White light spectroscopy for free flap monitoring
Article first published online: 26 DEC 2012
Copyright © 2012 Wiley Periodicals, Inc.
Volume 33, Issue 3, pages 198–202, March 2013
How to Cite
Fox, P. M., Zeidler, K., Carey, J. and Lee, G. K. (2013), White light spectroscopy for free flap monitoring. Microsurgery, 33: 198–202. doi: 10.1002/micr.22069
- Issue published online: 15 MAR 2013
- Article first published online: 26 DEC 2012
- Manuscript Accepted: 26 OCT 2012
- Manuscript Revised: 21 OCT 2012
- Manuscript Received: 25 JUN 2012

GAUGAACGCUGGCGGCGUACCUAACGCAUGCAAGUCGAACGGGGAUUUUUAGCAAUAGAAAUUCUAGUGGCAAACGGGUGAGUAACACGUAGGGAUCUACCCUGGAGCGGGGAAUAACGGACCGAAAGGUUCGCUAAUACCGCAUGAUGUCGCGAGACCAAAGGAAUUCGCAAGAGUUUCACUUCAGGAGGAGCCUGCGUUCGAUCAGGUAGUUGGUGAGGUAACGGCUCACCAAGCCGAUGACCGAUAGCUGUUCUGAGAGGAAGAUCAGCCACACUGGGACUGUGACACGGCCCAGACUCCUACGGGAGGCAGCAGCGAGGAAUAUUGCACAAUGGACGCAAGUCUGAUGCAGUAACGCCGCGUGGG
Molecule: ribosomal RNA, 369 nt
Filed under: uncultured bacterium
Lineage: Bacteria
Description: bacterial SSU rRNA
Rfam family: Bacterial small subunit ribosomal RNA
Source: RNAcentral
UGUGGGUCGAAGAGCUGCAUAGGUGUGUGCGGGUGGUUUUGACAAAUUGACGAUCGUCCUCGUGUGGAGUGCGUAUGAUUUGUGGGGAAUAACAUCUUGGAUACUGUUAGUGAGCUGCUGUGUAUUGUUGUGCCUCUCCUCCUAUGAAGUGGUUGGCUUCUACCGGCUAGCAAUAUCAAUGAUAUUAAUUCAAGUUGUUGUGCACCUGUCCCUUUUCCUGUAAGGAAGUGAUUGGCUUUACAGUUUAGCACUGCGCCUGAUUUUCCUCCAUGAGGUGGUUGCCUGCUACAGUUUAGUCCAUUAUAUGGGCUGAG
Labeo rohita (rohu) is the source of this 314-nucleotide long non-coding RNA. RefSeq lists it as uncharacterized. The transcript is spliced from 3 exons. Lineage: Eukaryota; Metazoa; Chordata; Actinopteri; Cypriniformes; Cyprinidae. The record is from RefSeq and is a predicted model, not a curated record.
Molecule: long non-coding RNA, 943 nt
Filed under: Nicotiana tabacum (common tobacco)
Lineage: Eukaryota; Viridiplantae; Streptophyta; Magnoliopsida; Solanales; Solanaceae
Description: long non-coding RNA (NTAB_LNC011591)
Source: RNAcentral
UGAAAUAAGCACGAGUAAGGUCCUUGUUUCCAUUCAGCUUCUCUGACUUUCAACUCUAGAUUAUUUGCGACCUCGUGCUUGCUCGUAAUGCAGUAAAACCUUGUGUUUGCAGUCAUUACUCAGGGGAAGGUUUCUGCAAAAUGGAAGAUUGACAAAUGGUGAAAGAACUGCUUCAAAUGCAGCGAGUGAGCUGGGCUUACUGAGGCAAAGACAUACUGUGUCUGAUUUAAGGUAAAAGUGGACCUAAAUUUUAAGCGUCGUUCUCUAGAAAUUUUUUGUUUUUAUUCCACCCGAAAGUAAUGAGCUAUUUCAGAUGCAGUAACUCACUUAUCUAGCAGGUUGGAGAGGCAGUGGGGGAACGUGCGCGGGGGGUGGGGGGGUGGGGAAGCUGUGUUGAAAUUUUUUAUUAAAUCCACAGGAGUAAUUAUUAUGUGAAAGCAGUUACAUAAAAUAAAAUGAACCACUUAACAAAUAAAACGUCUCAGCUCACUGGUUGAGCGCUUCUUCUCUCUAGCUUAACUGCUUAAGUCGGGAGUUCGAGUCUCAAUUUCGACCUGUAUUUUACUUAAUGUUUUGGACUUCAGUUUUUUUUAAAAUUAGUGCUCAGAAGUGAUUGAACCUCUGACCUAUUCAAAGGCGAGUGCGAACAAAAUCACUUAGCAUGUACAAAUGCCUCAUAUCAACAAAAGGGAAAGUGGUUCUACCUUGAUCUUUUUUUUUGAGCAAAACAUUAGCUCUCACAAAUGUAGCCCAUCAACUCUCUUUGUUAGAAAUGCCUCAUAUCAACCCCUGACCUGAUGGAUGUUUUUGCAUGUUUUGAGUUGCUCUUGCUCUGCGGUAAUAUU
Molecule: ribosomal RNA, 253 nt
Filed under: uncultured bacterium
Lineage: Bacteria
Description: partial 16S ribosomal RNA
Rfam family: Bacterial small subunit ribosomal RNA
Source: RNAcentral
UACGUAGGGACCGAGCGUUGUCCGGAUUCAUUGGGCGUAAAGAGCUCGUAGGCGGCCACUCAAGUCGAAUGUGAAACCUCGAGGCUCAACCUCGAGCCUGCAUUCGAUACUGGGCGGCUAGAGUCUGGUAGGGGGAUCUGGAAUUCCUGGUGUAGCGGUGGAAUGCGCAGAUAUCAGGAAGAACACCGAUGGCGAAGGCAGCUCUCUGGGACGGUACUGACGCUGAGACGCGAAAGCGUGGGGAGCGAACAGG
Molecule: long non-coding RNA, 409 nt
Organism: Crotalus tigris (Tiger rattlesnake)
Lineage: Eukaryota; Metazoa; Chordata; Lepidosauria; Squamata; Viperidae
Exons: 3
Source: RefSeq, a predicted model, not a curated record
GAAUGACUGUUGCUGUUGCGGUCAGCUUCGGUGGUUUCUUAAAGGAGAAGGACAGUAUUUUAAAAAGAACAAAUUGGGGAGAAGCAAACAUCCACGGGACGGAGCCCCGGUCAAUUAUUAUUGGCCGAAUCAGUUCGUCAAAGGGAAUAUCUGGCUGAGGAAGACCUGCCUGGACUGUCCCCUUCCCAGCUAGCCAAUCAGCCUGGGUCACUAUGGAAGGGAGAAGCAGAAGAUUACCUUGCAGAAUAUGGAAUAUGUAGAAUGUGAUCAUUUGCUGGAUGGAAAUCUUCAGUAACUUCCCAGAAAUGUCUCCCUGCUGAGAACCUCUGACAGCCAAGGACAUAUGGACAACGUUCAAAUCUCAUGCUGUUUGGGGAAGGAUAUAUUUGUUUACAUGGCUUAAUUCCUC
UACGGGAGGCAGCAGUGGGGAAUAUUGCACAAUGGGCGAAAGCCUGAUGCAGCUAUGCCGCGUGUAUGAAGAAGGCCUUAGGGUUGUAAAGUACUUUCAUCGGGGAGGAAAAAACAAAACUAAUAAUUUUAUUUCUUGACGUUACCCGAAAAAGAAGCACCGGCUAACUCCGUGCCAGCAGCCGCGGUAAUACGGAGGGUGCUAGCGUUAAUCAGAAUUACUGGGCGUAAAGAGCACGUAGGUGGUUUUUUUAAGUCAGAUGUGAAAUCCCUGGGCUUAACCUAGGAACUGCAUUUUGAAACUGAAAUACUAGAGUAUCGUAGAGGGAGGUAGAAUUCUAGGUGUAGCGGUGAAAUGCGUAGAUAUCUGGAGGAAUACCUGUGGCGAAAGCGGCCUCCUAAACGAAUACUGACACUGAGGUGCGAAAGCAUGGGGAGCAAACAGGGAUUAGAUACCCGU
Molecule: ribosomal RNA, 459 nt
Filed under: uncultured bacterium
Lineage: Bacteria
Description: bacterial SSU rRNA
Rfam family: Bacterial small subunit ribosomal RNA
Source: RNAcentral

White light spectroscopy non-invasively measures hemoglobin saturation at the capillary level rendering an end-organ measurement of perfusion. We hypothesized this technology could be used after microvascular surgery to allow for early detection of ischemia and thrombosis. The Spectros T-Stat monitoring device, which utilizes white light spectroscopy, was compared with traditional flap monitoring techniques including pencil Doppler and clinical exam. Data were prospectively collected and analyzed. Results from 31 flaps revealed a normal capillary hemoglobin saturation of 40–75% with increase in saturation during the early postoperative period. One flap required return to the operating room 12 hours after microvascular anastomosis. The T-stat system recorded an acute decrease in saturation from ∼50% to less than 30% 50 min prior to identification by clinical exam. Prompt treatment resulted in flap salvage. The Spectros T-Stat monitor may be a useful adjunct for free flap monitoring providing continuous, accurate perfusion assessment postoperatively. © 2012 Wiley Periodicals, Inc. Microsurgery, 2013.